Oregon Volunteer Lawyers for the Arts

In Defense of Art

In Defense of Art is the official blog of Oregon Volunteer Lawyers for the Arts

Online Content Sharing, Part I: Safe Harbor

by Robert Parker

According to an annual study by Cisco, within three years, 85 percent of American internet consumption will be watching video, nearly all of which is protected by copyright. While most online video is licensed from the copyright holders, some of the most popular websites online are not content creators or licensees, but “online service providers” like YouTube, which allow users to post their own material and share with the world.

If that seems to you like a recipe for copyright infringement, the early years of the internet would indicate that you are correct. Although many service providers tried to take down infringing material as best as they could, as the process of posting and accessing online videos became more automated, it became very clear that the service providers were just not going to be able to keep up. At the same time, the anonymity of the internet made it difficult to stop people from posting online content, leaving copyright owners with little resource to keep their content off the internet.

This put the legal system at a crossroads: if there’s nothing we can do to stop people from posting and accessing infringing content online, how do we protect copyright owners’ interests without crippling the online sharing community? Keep in mind that the websites which hosted this plethora of infringing material were the same websites that the copyright owners themselves frequently used to proliferate their material, so most of them didn’t want to see sites like YouTube brought down any more than the rest of the online community.

Ultimately, the first step to finding a compromise was the Digital Millennium Copyright Act, or DMCA. Among other things, the DMCA and its subsequent additions created the service provider safe harbor clause, commonly simply called the “safe harbor” or “section 512” (because its location in the U.S. Code is 17 U.S.C. § 512). For the next few weeks, we will be posting some information on how the safe harbor works and how it affects various people. This week, we will provide some basic background on the safe harbor provision. In Part II, we will explain one of the most important elements of the safe harbor clause for content providers: takedown notices. Part III will address some of the drawbacks of the safe harbor and discuss a little about the future of safe harbor provisions.

What is the Safe Harbor Provision?

An important thing to remember about the safe harbor provision is that it does not grant service providers immunity from infringement claims. In the past, service providers argued that only the uploaders themselves should be held liable for any infringing content, particularly when they have automated upload processes. However, the law on infringement is that anyone who has control over the infringing material may be liable for any infringement that occurs, especially when that party is benefitting in some way from the infringement, such as receiving revenue for advertisements which appear next to the infringing content. That default rule still holds true today; if a company like YouTube knows, or has reason to know, that a video is posted on its website which infringes a copyright, the company has a part in the unlawful copying of that video.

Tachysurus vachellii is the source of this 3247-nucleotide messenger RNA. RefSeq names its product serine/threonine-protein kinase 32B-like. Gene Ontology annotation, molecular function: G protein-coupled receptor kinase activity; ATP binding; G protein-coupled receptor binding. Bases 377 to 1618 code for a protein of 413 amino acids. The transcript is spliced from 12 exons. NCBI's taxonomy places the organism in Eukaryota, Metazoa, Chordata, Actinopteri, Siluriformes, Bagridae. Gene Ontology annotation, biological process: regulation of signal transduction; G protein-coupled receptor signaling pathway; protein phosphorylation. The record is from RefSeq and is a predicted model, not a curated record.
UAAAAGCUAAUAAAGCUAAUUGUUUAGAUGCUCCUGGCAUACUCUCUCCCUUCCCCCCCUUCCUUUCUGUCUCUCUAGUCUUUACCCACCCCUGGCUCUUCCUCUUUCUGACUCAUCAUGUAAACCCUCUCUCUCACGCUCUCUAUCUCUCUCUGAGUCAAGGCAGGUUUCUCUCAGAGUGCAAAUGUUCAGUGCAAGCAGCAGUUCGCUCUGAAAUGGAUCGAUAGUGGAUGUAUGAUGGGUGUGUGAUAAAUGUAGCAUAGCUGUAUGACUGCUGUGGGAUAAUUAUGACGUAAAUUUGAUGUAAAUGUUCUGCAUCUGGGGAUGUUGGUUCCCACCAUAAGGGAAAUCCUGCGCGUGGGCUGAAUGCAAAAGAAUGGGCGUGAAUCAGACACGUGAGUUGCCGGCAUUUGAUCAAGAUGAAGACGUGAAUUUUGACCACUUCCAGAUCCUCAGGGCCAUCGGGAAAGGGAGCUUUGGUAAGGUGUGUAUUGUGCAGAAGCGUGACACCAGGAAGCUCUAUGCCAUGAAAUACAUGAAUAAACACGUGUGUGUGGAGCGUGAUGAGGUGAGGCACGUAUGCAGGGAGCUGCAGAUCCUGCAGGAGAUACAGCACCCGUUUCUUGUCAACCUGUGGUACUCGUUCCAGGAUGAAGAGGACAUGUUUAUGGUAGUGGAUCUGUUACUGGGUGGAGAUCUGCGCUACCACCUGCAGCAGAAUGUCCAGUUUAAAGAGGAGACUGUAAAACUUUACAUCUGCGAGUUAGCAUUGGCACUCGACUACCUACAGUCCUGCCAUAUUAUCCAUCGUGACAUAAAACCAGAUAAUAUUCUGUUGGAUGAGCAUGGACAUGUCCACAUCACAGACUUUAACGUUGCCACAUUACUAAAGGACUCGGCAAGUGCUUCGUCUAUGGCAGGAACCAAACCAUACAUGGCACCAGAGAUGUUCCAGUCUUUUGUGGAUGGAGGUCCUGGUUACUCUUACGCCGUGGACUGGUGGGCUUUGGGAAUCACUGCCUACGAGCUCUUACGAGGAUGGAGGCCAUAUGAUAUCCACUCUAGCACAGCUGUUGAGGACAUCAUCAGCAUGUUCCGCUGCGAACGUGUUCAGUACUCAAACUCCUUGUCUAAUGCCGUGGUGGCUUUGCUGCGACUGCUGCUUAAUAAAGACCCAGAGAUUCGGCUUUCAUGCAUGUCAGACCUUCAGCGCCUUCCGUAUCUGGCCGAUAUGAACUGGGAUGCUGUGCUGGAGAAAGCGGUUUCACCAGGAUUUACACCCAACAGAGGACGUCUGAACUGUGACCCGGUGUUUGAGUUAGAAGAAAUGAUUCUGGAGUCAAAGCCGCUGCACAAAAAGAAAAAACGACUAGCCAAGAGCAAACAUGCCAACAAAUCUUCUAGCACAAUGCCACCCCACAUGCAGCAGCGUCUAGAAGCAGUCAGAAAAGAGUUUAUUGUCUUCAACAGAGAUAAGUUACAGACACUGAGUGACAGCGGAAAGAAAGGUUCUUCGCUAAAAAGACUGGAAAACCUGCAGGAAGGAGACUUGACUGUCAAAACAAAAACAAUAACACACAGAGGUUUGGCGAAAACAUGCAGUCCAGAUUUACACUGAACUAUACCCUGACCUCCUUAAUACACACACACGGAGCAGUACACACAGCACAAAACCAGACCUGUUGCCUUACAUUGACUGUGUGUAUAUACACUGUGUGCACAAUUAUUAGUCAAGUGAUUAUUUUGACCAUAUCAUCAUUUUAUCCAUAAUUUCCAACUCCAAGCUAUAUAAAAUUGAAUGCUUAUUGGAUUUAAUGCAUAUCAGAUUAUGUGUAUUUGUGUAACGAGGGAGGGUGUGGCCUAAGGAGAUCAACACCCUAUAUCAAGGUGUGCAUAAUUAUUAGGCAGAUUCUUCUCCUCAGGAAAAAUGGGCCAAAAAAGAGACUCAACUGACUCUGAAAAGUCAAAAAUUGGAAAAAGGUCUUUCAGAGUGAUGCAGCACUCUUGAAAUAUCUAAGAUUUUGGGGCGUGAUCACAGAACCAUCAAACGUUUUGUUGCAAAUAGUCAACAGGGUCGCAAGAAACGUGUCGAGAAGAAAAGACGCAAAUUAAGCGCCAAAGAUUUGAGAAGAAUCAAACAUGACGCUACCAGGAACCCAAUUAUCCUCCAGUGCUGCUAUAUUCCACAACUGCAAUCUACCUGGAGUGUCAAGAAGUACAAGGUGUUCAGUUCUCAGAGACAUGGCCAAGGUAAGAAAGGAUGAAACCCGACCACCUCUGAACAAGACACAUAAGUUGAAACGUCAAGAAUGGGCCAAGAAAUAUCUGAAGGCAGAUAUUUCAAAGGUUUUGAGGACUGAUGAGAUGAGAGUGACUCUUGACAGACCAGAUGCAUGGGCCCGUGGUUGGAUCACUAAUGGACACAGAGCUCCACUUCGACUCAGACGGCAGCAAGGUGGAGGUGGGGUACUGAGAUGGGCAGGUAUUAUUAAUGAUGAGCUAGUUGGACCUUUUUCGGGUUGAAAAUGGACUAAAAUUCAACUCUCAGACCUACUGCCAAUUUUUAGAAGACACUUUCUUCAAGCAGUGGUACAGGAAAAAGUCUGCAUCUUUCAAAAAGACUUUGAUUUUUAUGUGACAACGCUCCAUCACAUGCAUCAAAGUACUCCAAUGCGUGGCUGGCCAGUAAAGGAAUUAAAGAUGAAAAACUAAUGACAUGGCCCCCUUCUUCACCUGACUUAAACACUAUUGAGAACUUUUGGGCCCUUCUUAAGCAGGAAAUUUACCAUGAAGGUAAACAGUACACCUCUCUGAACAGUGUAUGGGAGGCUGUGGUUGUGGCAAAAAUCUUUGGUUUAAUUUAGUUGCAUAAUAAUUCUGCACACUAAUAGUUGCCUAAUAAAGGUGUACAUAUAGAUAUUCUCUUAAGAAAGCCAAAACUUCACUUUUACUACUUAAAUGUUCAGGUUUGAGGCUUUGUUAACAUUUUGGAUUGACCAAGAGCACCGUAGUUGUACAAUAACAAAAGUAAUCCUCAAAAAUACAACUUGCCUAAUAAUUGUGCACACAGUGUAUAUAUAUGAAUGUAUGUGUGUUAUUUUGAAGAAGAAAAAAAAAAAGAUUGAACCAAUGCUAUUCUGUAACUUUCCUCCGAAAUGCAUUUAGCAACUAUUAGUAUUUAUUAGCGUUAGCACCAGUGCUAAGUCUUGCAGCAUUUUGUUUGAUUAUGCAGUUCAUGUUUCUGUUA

The safe harbor provision creates a list of precautions that every service provider is expected to take in order to keep infringing material off its website. So long as the service provider adheres to all of those precautions, it cannot be held liable for any infringing material that the system fails to catch. The safe harbor does not protect the individuals who post infringing content (nor does a statement saying ‘no infringement intended’).

The required precautions are:

  • The service provider must expeditiously remove any content from the site that it knows or has reason to know is infringing on another person’s copyright

  • The service provider cannot ignore red flags that infringing content might have been uploaded

  • The service provider cannot receive any direct financial benefit from infringing material

  • The service provider must provide an easy way to provide it with takedown notices by owners of infringing copyrights (this goes hand-in-hand with the requirement to actually take that content down)

  • The service provider must have registered a designated copyright agent with the U.S. Coypright Office and post contact information for that designated agent on the service provider's website.

As you can see, taking advantage of the safe harbor provision requires more than simply signing up and sitting back—it requires constant vigilance by service providers, and as we will see in part III, service providers who drag their feet on any of the requirements or push back too much against claims of infringement take a risk of opening themselves to total liability for any infringement that they know or financially benefit from.

Online Content Sharing, Part II: Takedown Notices

Online Content Sharing, Part III: Is It Working?